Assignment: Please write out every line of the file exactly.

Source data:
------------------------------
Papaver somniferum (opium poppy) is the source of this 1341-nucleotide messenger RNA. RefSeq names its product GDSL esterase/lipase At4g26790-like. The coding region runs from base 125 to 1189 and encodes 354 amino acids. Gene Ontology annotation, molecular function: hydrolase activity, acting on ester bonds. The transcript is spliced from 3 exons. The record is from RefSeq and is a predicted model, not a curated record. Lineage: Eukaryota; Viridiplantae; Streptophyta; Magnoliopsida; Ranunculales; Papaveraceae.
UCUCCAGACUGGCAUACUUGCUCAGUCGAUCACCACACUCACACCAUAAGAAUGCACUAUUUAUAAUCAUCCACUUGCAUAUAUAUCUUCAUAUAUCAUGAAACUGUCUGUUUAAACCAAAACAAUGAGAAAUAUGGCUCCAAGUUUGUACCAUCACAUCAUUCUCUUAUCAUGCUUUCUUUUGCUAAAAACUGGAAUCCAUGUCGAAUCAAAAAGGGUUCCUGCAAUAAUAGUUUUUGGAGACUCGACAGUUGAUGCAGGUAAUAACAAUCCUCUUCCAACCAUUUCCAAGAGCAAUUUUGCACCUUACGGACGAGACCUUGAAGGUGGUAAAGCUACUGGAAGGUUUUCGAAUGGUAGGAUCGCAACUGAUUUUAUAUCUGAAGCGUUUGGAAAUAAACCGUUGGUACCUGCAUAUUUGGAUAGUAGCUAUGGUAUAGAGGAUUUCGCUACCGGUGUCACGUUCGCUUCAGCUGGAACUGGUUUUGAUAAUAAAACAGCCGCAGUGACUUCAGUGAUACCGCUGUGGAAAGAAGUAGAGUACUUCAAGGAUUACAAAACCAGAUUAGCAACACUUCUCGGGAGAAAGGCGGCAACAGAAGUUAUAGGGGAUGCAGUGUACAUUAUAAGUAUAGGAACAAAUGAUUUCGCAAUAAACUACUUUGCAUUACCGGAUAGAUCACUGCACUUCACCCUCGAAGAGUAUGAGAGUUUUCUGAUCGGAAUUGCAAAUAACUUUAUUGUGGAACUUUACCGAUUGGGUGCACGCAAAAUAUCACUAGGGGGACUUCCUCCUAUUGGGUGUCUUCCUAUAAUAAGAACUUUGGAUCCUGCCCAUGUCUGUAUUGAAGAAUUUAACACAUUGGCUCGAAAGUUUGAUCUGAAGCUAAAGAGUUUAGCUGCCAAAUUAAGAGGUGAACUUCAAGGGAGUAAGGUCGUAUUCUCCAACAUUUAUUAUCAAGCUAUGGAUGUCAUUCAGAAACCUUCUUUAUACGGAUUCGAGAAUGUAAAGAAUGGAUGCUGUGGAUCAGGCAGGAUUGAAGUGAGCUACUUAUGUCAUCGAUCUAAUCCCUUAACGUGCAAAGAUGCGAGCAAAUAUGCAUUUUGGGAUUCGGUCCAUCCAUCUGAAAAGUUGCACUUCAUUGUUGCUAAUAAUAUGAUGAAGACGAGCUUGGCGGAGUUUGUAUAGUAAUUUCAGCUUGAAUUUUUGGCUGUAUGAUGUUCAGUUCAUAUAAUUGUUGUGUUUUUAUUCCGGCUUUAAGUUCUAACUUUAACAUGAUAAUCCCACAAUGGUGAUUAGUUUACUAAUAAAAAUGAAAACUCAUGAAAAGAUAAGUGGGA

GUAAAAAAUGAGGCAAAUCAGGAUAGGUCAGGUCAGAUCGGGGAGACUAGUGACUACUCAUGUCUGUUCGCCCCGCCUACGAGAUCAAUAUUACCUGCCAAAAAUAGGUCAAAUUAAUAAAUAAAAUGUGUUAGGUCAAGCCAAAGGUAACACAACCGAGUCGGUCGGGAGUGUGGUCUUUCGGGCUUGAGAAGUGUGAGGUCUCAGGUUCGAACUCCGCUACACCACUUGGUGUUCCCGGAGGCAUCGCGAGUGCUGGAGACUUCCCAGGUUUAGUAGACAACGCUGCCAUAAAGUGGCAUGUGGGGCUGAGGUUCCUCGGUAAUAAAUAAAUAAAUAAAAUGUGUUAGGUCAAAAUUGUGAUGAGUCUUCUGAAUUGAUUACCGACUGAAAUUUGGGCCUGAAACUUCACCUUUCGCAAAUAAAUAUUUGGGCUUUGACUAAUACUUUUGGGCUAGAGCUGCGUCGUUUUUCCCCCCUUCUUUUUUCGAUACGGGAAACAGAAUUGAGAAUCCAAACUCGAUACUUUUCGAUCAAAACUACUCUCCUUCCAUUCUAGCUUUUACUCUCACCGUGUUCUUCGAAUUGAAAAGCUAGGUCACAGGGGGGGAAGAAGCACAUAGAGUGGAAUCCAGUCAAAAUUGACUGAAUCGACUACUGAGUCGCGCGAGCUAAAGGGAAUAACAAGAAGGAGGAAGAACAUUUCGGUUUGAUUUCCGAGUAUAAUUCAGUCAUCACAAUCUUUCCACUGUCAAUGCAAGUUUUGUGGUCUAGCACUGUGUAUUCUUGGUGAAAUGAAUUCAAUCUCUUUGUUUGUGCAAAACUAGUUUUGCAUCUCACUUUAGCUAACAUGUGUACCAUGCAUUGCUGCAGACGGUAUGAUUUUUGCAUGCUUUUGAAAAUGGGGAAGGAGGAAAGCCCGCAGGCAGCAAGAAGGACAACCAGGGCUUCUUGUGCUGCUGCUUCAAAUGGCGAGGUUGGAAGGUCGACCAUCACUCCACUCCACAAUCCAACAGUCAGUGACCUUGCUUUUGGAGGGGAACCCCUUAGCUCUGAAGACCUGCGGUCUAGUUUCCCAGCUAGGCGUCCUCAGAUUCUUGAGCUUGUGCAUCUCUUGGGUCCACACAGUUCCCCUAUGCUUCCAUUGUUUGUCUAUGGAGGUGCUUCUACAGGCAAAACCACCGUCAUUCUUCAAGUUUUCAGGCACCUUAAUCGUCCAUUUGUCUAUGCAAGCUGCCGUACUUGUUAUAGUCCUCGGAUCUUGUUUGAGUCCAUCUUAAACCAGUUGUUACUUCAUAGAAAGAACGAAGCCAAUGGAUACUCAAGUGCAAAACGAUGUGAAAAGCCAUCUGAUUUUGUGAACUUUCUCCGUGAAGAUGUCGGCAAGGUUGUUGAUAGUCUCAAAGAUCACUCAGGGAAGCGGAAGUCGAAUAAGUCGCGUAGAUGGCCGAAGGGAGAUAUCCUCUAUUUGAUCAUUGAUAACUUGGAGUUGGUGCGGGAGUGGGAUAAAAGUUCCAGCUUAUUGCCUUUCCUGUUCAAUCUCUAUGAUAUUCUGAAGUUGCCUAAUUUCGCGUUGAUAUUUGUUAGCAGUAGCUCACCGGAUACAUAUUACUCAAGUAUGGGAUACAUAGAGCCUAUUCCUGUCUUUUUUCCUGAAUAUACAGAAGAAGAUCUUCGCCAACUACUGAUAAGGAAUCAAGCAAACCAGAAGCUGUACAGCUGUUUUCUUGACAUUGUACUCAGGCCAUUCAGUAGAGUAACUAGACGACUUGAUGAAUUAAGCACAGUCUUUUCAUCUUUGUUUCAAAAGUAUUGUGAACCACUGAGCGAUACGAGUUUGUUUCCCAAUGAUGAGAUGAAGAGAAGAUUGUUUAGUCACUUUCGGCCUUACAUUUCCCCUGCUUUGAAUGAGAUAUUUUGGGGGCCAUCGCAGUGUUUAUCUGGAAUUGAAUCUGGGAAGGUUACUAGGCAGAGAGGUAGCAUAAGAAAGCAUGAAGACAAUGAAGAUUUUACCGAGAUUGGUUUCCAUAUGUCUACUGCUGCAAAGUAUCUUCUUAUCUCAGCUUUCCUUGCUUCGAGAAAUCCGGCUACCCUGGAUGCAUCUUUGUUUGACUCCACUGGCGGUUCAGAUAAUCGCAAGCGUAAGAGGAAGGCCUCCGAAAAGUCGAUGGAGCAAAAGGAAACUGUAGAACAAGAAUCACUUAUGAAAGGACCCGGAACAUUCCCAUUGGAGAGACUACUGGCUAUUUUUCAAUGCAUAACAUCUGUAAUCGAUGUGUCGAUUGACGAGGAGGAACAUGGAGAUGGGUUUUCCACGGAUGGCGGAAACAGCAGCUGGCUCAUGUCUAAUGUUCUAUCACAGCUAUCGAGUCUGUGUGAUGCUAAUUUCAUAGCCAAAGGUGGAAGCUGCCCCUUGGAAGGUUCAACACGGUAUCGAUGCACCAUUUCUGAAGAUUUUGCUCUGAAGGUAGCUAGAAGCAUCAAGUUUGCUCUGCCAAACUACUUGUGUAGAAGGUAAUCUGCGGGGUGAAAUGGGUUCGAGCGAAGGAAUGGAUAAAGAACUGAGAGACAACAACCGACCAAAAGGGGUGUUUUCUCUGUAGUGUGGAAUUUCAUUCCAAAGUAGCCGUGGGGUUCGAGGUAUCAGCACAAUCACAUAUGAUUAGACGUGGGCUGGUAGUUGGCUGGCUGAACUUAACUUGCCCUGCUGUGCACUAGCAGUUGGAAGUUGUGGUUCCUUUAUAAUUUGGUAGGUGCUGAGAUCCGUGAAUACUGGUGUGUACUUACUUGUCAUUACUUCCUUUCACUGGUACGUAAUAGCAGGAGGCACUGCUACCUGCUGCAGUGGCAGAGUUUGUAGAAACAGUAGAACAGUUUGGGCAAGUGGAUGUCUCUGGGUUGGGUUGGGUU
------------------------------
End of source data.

Papaver somniferum (opium poppy) is the source of this 1341-nucleotide messenger RNA. RefSeq names its product GDSL esterase/lipase At4g26790-like. The coding region runs from base 125 to 1189 and encodes 354 amino acids. Gene Ontology annotation, molecular function: hydrolase activity, acting on ester bonds. The transcript is spliced from 3 exons. The record is from RefSeq and is a predicted model, not a curated record. Lineage: Eukaryota; Viridiplantae; Streptophyta; Magnoliopsida; Ranunculales; Papaveraceae.
UCUCCAGACUGGCAUACUUGCUCAGUCGAUCACCACACUCACACCAUAAGAAUGCACUAUUUAUAAUCAUCCACUUGCAUAUAUAUCUUCAUAUAUCAUGAAACUGUCUGUUUAAACCAAAACAAUGAGAAAUAUGGCUCCAAGUUUGUACCAUCACAUCAUUCUCUUAUCAUGCUUUCUUUUGCUAAAAACUGGAAUCCAUGUCGAAUCAAAAAGGGUUCCUGCAAUAAUAGUUUUUGGAGACUCGACAGUUGAUGCAGGUAAUAACAAUCCUCUUCCAACCAUUUCCAAGAGCAAUUUUGCACCUUACGGACGAGACCUUGAAGGUGGUAAAGCUACUGGAAGGUUUUCGAAUGGUAGGAUCGCAACUGAUUUUAUAUCUGAAGCGUUUGGAAAUAAACCGUUGGUACCUGCAUAUUUGGAUAGUAGCUAUGGUAUAGAGGAUUUCGCUACCGGUGUCACGUUCGCUUCAGCUGGAACUGGUUUUGAUAAUAAAACAGCCGCAGUGACUUCAGUGAUACCGCUGUGGAAAGAAGUAGAGUACUUCAAGGAUUACAAAACCAGAUUAGCAACACUUCUCGGGAGAAAGGCGGCAACAGAAGUUAUAGGGGAUGCAGUGUACAUUAUAAGUAUAGGAACAAAUGAUUUCGCAAUAAACUACUUUGCAUUACCGGAUAGAUCACUGCACUUCACCCUCGAAGAGUAUGAGAGUUUUCUGAUCGGAAUUGCAAAUAACUUUAUUGUGGAACUUUACCGAUUGGGUGCACGCAAAAUAUCACUAGGGGGACUUCCUCCUAUUGGGUGUCUUCCUAUAAUAAGAACUUUGGAUCCUGCCCAUGUCUGUAUUGAAGAAUUUAACACAUUGGCUCGAAAGUUUGAUCUGAAGCUAAAGAGUUUAGCUGCCAAAUUAAGAGGUGAACUUCAAGGGAGUAAGGUCGUAUUCUCCAACAUUUAUUAUCAAGCUAUGGAUGUCAUUCAGAAACCUUCUUUAUACGGAUUCGAGAAUGUAAAGAAUGGAUGCUGUGGAUCAGGCAGGAUUGAAGUGAGCUACUUAUGUCAUCGAUCUAAUCCCUUAACGUGCAAAGAUGCGAGCAAAUAUGCAUUUUGGGAUUCGGUCCAUCCAUCUGAAAAGUUGCACUUCAUUGUUGCUAAUAAUAUGAUGAAGACGAGCUUGGCGGAGUUUGUAUAGUAAUUUCAGCUUGAAUUUUUGGCUGUAUGAUGUUCAGUUCAUAUAAUUGUUGUGUUUUUAUUCCGGCUUUAAGUUCUAACUUUAACAUGAUAAUCCCACAAUGGUGAUUAGUUUACUAAUAAAAAUGAAAACUCAUGAAAAGAUAAGUGGGA

GUAAAAAAUGAGGCAAAUCAGGAUAGGUCAGGUCAGAUCGGGGAGACUAGUGACUACUCAUGUCUGUUCGCCCCGCCUACGAGAUCAAUAUUACCUGCCAAAAAUAGGUCAAAUUAAUAAAUAAAAUGUGUUAGGUCAAGCCAAAGGUAACACAACCGAGUCGGUCGGGAGUGUGGUCUUUCGGGCUUGAGAAGUGUGAGGUCUCAGGUUCGAACUCCGCUACACCACUUGGUGUUCCCGGAGGCAUCGCGAGUGCUGGAGACUUCCCAGGUUUAGUAGACAACGCUGCCAUAAAGUGGCAUGUGGGGCUGAGGUUCCUCGGUAAUAAAUAAAUAAAUAAAAUGUGUUAGGUCAAAAUUGUGAUGAGUCUUCUGAAUUGAUUACCGACUGAAAUUUGGGCCUGAAACUUCACCUUUCGCAAAUAAAUAUUUGGGCUUUGACUAAUACUUUUGGGCUAGAGCUGCGUCGUUUUUCCCCCCUUCUUUUUUCGAUACGGGAAACAGAAUUGAGAAUCCAAACUCGAUACUUUUCGAUCAAAACUACUCUCCUUCCAUUCUAGCUUUUACUCUCACCGUGUUCUUCGAAUUGAAAAGCUAGGUCACAGGGGGGGAAGAAGCACAUAGAGUGGAAUCCAGUCAAAAUUGACUGAAUCGACUACUGAGUCGCGCGAGCUAAAGGGAAUAACAAGAAGGAGGAAGAACAUUUCGGUUUGAUUUCCGAGUAUAAUUCAGUCAUCACAAUCUUUCCACUGUCAAUGCAAGUUUUGUGGUCUAGCACUGUGUAUUCUUGGUGAAAUGAAUUCAAUCUCUUUGUUUGUGCAAAACUAGUUUUGCAUCUCACUUUAGCUAACAUGUGUACCAUGCAUUGCUGCAGACGGUAUGAUUUUUGCAUGCUUUUGAAAAUGGGGAAGGAGGAAAGCCCGCAGGCAGCAAGAAGGACAACCAGGGCUUCUUGUGCUGCUGCUUCAAAUGGCGAGGUUGGAAGGUCGACCAUCACUCCACUCCACAAUCCAACAGUCAGUGACCUUGCUUUUGGAGGGGAACCCCUUAGCUCUGAAGACCUGCGGUCUAGUUUCCCAGCUAGGCGUCCUCAGAUUCUUGAGCUUGUGCAUCUCUUGGGUCCACACAGUUCCCCUAUGCUUCCAUUGUUUGUCUAUGGAGGUGCUUCUACAGGCAAAACCACCGUCAUUCUUCAAGUUUUCAGGCACCUUAAUCGUCCAUUUGUCUAUGCAAGCUGCCGUACUUGUUAUAGUCCUCGGAUCUUGUUUGAGUCCAUCUUAAACCAGUUGUUACUUCAUAGAAAGAACGAAGCCAAUGGAUACUCAAGUGCAAAACGAUGUGAAAAGCCAUCUGAUUUUGUGAACUUUCUCCGUGAAGAUGUCGGCAAGGUUGUUGAUAGUCUCAAAGAUCACUCAGGGAAGCGGAAGUCGAAUAAGUCGCGUAGAUGGCCGAAGGGAGAUAUCCUCUAUUUGAUCAUUGAUAACUUGGAGUUGGUGCGGGAGUGGGAUAAAAGUUCCAGCUUAUUGCCUUUCCUGUUCAAUCUCUAUGAUAUUCUGAAGUUGCCUAAUUUCGCGUUGAUAUUUGUUAGCAGUAGCUCACCGGAUACAUAUUACUCAAGUAUGGGAUACAUAGAGCCUAUUCCUGUCUUUUUUCCUGAAUAUACAGAAGAAGAUCUUCGCCAACUACUGAUAAGGAAUCAAGCAAACCAGAAGCUGUACAGCUGUUUUCUUGACAUUGUACUCAGGCCAUUCAGUAGAGUAACUAGACGACUUGAUGAAUUAAGCACAGUCUUUUCAUCUUUGUUUCAAAAGUAUUGUGAACCACUGAGCGAUACGAGUUUGUUUCCCAAUGAUGAGAUGAAGAGAAGAUUGUUUAGUCACUUUCGGCCUUACAUUUCCCCUGCUUUGAAUGAGAUAUUUUGGGGGCCAUCGCAGUGUUUAUCUGGAAUUGAAUCUGGGAAGGUUACUAGGCAGAGAGGUAGCAUAAGAAAGCAUGAAGACAAUGAAGAUUUUACCGAGAUUGGUUUCCAUAUGUCUACUGCUGCAAAGUAUCUUCUUAUCUCAGCUUUCCUUGCUUCGAGAAAUCCGGCUACCCUGGAUGCAUCUUUGUUUGACUCCACUGGCGGUUCAGAUAAUCGCAAGCGUAAGAGGAAGGCCUCCGAAAAGUCGAUGGAGCAAAAGGAAACUGUAGAACAAGAAUCACUUAUGAAAGGACCCGGAACAUUCCCAUUGGAGAGACUACUGGCUAUUUUUCAAUGCAUAACAUCUGUAAUCGAUGUGUCGAUUGACGAGGAGGAACAUGGAGAUGGGUUUUCCACGGAUGGCGGAAACAGCAGCUGGCUCAUGUCUAAUGUUCUAUCACAGCUAUCGAGUCUGUGUGAUGCUAAUUUCAUAGCCAAAGGUGGAAGCUGCCCCUUGGAAGGUUCAACACGGUAUCGAUGCACCAUUUCUGAAGAUUUUGCUCUGAAGGUAGCUAGAAGCAUCAAGUUUGCUCUGCCAAACUACUUGUGUAGAAGGUAAUCUGCGGGGUGAAAUGGGUUCGAGCGAAGGAAUGGAUAAAGAACUGAGAGACAACAACCGACCAAAAGGGGUGUUUUCUCUGUAGUGUGGAAUUUCAUUCCAAAGUAGCCGUGGGGUUCGAGGUAUCAGCACAAUCACAUAUGAUUAGACGUGGGCUGGUAGUUGGCUGGCUGAACUUAACUUGCCCUGCUGUGCACUAGCAGUUGGAAGUUGUGGUUCCUUUAUAAUUUGGUAGGUGCUGAGAUCCGUGAAUACUGGUGUGUACUUACUUGUCAUUACUUCCUUUCACUGGUACGUAAUAGCAGGAGGCACUGCUACCUGCUGCAGUGGCAGAGUUUGUAGAAACAGUAGAACAGUUUGGGCAAGUGGAUGUCUCUGGGUUGGGUUGGGUU